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Re: NDA Question

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I do not believe trying to protect your "way of doing something" with
employee non-disclosure agreements is appropriate.  We are obligated to
train, teach, and pass on our experience as professionals to the next
generation.  Trying to claim ownership and deny subsequent use of the
experience an employee gains while working for you is the wrong mentality,
both short term (i.e. attitude, self worth, personal growth) and long term
for the profession as a whole.  I want the people I work with to be the best
they can be, benefit from any experience I can share, and contribute with
ideas and opinions of their own.  If someone leaves our office hopefully the
person is a better engineer for the time they were here, and a contributing
member of the profession.

I have lasting relationships with the people who were my mentors in the
early stages of my career, and bless them for the knowledge and patience
they were kind enough to share.  By the "non-disclosure" attitude this list
would not exist; after all someone might use the information to their own
personal benefit or profit.

Paul Feather PE, SE
pfeather(--nospam--at)SE-Solutions.net
www.SE-Solutions.net
----- Original Message -----
From: "Johnny Drozdek" <jdrozdek(--nospam--at)keymark.com>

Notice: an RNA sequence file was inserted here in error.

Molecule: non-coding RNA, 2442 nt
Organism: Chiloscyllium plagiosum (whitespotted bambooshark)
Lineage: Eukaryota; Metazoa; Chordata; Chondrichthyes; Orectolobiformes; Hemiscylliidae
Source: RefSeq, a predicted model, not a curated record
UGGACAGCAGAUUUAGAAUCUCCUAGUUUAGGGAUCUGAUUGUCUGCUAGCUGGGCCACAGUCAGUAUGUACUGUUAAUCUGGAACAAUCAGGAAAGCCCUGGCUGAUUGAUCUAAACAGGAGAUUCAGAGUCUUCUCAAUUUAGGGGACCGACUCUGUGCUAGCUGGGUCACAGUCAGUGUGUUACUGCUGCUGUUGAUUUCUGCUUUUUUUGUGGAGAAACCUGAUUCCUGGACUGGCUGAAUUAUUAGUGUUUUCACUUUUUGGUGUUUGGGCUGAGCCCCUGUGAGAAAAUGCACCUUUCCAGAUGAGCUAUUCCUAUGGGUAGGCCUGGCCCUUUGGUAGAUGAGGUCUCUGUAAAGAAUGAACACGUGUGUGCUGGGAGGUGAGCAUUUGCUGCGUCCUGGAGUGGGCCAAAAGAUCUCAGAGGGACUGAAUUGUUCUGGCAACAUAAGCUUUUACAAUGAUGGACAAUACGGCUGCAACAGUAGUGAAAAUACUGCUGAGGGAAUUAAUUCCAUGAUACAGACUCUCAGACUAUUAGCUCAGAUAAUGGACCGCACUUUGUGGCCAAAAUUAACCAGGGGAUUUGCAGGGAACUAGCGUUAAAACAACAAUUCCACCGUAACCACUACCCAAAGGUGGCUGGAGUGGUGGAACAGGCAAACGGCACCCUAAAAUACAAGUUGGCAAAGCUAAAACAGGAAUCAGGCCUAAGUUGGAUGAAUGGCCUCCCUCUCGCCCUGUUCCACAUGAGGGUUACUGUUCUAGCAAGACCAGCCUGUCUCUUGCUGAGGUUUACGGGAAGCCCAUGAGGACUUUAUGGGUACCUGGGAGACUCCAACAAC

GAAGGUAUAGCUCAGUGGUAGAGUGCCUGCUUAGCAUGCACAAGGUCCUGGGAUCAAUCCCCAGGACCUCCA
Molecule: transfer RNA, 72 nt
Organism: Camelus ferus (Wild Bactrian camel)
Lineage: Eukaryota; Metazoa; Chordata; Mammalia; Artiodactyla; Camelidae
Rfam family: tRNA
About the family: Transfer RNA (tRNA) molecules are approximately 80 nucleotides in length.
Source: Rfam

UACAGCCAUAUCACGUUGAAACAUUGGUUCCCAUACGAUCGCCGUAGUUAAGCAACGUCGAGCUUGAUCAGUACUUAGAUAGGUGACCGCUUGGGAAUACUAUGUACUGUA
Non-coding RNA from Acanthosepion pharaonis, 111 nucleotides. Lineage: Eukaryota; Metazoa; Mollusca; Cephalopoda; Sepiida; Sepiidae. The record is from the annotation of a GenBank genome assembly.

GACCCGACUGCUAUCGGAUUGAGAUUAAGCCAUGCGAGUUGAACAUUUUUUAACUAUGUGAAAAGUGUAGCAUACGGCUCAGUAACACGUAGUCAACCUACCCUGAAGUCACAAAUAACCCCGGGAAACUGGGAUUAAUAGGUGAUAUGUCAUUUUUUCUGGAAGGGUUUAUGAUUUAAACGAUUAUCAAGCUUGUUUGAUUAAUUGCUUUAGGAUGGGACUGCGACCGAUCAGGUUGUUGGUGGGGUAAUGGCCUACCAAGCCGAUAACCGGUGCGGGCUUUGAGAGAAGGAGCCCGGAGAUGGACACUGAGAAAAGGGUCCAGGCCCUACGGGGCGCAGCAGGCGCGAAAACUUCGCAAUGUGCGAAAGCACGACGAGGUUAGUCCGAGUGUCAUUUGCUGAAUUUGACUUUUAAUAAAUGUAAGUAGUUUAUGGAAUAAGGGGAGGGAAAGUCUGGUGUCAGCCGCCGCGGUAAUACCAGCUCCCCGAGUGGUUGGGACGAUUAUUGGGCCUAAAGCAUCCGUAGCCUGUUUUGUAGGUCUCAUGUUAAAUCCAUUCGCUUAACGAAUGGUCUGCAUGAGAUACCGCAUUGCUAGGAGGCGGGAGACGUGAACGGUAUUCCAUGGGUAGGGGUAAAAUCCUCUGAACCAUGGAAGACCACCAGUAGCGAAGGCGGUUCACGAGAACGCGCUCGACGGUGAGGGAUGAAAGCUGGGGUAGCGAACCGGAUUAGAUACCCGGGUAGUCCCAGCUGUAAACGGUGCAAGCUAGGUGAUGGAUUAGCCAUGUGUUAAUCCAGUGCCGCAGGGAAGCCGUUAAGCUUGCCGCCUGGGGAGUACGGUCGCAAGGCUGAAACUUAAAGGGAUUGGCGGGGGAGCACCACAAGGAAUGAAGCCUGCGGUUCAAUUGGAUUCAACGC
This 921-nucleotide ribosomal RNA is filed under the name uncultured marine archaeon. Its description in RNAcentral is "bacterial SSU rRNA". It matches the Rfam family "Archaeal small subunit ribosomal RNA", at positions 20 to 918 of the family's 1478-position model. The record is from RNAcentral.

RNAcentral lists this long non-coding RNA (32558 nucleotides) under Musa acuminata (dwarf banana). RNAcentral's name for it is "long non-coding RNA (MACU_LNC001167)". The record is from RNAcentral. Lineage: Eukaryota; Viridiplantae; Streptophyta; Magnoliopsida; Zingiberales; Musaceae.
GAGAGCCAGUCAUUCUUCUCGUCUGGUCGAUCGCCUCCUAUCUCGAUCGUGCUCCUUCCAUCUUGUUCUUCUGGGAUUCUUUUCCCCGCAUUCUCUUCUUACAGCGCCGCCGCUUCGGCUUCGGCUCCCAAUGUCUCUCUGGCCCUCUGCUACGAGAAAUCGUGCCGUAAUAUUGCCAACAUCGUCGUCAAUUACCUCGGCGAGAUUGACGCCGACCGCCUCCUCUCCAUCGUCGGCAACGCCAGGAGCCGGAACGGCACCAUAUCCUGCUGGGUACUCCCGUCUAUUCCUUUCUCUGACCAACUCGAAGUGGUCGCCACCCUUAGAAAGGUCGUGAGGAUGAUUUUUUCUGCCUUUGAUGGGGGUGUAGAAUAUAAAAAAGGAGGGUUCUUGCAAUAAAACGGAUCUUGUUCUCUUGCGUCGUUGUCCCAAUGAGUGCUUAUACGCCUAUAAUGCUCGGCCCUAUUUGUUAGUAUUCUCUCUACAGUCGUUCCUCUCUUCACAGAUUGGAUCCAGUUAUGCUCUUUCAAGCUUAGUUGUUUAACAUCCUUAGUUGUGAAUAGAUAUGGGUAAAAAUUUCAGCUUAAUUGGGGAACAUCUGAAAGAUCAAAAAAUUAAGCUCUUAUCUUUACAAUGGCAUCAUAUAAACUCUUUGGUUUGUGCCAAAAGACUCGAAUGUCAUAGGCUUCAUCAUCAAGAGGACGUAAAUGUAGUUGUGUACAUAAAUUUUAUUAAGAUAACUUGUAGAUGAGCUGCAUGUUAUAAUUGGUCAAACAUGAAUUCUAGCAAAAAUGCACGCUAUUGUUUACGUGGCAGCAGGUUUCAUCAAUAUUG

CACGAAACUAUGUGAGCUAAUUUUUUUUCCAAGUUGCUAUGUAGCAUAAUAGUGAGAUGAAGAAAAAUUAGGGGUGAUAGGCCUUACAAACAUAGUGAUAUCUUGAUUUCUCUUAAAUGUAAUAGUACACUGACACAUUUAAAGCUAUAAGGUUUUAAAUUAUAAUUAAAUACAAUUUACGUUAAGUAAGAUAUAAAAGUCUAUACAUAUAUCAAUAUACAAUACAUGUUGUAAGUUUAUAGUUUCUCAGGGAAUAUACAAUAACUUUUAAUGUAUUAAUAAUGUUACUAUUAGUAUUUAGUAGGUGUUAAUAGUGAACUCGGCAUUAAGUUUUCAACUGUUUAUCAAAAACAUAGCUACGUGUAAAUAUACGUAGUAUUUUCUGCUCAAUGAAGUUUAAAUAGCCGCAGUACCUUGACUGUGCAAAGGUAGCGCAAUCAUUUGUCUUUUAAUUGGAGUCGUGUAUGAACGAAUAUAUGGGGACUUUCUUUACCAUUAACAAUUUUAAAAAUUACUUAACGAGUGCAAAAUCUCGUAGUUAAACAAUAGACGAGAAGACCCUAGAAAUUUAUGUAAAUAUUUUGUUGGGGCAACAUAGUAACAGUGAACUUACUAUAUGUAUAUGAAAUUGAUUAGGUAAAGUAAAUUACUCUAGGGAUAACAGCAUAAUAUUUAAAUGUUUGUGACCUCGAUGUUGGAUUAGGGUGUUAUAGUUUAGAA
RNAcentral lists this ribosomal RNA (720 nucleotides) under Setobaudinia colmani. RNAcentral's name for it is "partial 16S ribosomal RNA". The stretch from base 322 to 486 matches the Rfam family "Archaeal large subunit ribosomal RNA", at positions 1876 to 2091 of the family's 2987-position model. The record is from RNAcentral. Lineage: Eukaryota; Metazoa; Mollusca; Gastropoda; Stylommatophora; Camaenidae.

To: <seaint(--nospam--at)seaint.org>
Sent: Tuesday, May 06, 2003 11:05 AM
Subject: NDA Question


> I have a question regarding non-disclosure agreements.  Do consulting
engineering firms typically ask their employees to sign non-disclosure
agreements?  If so, what are the primary stipulations in such an agreement.
I understand that in general, spreadsheets, programs, and other tools
developed by the employee (a) on company time and/or (b) with company
resources such as computers, etc. are the property of the company.
>
> However, over time the employee learns & develops certain styles and
preferences, such as how to detail certain connections or how to design
certain aspects of the structure.  This type of "know-how" doesn't seem to
be so black-and-white.  I am interested in the opinions of people on this
list regarding this topic.
>
> Are there any other "normal" restrictions that an employer typically
imposes upon their engineering employees?
>
> Thanks in advance,
> Johnny Drozdek, P.E.
>
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